6. In my experience, more than one job candidate did not get called back for a second interview because I asked the receptionist how they treated her.

  7. Great post Phil!

    Gender is right in the middle of this.  Most of the executive assistants in the corporate and church/non-profit world are female and it’s a rough ride as they relate to “alpha males” inside and out.  You would love to think of course that the faith community is better and much more sensitive to the challenge.  But sadly Christian organizations have a definite white male bias that excuses a lot of brutal, insensitive behavior that is inexcusable.

    Recent history is full of profound marginalization of women that we have only recently begun to address.  It is outrageous to consider that women could not vote, own property or a business until the very beginning of the 20th century.  What a stark contrast as Jesus relates to a Samaritan woman, a woman caught in adultery, Mary and Martha from Bethany and Mary Magdalene.  In each case there is sensitivity, grace, genuine love and real respect.

    We would do well to do the same …

  8. I really believe that people reveal their true colors in how they deal with those they don’t need to impress.  Or those they FEEL they don’t need to impress.  Someone once told me that you’ll discover a person’s true level of kindness or arrogance in how they treat a waiter/waitress.  It’s proven true time and again.  Those people who have warm, polite conversations with a server have coincidentally been the people I’ve come to enjoy as friends. 

    People who are rude to executive assistants are likely just rude people underneath all the glad-handing, let’s-do-business facade.  Thank God for executive assistants — the gatekeepers and character detectors.

  9. Thanks for this post Phil.  A friend of mine passed this on to me.  I am currently a EA/PA for an extremely busy EO in the head office of a mainstream denomination, and was just this last week discussing with my friend how undervalued those in assistant roles can be.  Just reading what you had to say, as well as the comments from others has been a real encouragement!!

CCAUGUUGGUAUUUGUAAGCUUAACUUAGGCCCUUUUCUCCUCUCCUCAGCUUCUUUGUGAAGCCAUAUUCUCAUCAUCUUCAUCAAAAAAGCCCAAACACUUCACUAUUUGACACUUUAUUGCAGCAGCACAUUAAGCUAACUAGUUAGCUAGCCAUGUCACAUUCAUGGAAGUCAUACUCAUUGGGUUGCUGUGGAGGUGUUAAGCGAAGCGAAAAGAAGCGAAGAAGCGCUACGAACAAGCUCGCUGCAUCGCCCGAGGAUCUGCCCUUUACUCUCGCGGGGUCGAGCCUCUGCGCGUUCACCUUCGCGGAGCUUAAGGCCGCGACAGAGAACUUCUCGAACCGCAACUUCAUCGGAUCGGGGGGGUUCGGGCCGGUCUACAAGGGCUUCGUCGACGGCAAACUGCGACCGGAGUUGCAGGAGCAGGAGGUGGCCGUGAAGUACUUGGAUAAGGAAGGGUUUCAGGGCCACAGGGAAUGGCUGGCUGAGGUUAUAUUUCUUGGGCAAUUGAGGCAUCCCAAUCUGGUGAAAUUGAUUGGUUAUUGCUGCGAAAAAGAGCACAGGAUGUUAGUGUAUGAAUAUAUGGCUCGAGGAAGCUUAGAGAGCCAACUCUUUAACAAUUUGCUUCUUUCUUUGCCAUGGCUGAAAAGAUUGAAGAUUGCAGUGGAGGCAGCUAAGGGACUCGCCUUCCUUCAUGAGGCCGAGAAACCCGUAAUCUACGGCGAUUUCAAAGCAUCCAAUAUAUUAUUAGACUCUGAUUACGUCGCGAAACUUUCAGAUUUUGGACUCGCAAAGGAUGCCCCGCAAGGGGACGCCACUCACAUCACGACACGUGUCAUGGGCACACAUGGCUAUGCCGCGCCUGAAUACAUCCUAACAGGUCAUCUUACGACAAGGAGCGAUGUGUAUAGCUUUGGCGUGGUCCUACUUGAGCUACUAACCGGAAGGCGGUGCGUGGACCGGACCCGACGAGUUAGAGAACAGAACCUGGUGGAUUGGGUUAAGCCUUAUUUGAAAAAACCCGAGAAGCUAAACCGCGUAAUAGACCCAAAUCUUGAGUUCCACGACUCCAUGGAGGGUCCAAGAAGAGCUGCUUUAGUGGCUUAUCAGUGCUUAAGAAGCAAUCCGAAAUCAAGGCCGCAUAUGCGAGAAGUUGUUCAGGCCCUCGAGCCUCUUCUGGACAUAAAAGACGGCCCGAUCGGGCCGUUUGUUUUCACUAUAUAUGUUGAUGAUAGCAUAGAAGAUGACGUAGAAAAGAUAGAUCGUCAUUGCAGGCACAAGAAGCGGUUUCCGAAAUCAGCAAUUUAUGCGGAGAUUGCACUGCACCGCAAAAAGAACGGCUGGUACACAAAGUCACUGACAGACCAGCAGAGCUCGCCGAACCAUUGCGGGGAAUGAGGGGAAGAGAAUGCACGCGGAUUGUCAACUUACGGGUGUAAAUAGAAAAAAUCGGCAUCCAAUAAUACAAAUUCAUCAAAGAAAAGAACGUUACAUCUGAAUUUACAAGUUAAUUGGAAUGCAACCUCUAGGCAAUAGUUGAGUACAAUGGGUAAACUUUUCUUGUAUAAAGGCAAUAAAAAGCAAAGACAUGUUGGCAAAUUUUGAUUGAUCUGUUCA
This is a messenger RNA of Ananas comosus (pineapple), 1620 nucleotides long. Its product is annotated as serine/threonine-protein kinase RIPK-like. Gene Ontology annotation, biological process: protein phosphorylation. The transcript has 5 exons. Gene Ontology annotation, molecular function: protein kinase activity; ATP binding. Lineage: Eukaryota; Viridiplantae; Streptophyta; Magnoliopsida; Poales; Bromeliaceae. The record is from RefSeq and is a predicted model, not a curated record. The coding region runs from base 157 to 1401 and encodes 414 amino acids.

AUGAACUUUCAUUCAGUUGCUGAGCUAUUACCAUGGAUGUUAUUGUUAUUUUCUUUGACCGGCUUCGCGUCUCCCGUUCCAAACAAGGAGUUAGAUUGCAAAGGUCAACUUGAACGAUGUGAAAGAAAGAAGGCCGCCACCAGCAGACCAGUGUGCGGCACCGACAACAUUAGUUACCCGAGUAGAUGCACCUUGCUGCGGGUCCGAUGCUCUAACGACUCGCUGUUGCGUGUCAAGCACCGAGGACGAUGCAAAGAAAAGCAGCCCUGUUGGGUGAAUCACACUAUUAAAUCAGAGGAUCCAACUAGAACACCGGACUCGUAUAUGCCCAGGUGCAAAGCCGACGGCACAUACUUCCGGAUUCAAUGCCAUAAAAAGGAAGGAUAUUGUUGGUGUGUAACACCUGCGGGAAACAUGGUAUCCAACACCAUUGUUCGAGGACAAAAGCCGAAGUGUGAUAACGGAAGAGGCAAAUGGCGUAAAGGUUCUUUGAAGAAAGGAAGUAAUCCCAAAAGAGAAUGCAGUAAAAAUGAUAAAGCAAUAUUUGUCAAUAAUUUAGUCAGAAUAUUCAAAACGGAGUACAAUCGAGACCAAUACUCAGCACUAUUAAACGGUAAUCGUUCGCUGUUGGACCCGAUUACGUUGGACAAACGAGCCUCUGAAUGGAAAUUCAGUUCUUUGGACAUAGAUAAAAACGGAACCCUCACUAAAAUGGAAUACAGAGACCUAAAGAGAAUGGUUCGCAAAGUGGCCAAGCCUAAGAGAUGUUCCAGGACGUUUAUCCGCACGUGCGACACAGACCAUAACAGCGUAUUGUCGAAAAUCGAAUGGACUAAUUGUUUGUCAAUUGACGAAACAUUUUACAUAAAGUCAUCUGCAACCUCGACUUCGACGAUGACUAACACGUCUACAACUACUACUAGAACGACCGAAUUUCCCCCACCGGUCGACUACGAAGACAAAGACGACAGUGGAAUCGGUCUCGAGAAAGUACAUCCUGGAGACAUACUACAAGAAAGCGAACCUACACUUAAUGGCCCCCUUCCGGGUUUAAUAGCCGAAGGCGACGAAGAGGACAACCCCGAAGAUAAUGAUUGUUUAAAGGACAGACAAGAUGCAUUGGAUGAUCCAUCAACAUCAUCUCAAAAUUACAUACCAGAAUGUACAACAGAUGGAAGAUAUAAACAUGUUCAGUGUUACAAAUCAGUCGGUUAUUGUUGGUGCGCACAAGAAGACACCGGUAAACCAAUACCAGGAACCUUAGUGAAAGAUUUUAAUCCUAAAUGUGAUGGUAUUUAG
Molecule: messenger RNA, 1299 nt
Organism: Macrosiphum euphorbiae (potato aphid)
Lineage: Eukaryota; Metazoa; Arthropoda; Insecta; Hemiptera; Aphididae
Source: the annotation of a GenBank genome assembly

Thanks …

  10. It’s true, I always knew today’s receptionist, PA, or assistant is tomorrow’s agent, producer or studio head.  I met a guy working on Seinfeld who has started as a PA, and by the 4th season he had become a producer.  And the receptionist at my old agency is now the top agent in the country for voiceover talent.  

    Of course, we’re supposed to value all people and show no partiality to anyone. And assistants in Hollywood are often treated so poorly, by their bosses and others, that the slightest kindness and appreciation afforded to them can make their beleaguered day and will be remembered.

  11. This is so true. Being sincerely kind to the assistant will get you everything you want. If fact, they will bend over backwards to help you get what you what/need because you treat them like gold. Rev Run says: “Being kind doesn’t get you anywhere…. It’s get you EVERYWHERE.”

  12. Hi Phil,

    I agree this is a smart move for your career – and I am sure you’re not implying that’s the only reason to treat assistants well. 

    But it’s good to note that treating admin assistants with kindness, warmth, and respect is also the right thing to do, as God calls us to honor and give dignity to all His children – be they a mechanic, a waitress, the janitor at church, or yes, the receptionist.

    Time and time again I’ve seen it proven true that the way someone treats folks with little or no power over them shows their true colors. If you’re rude to that waiter/waitress, that speaks greatly to your character.

    Thanks for this great reminder!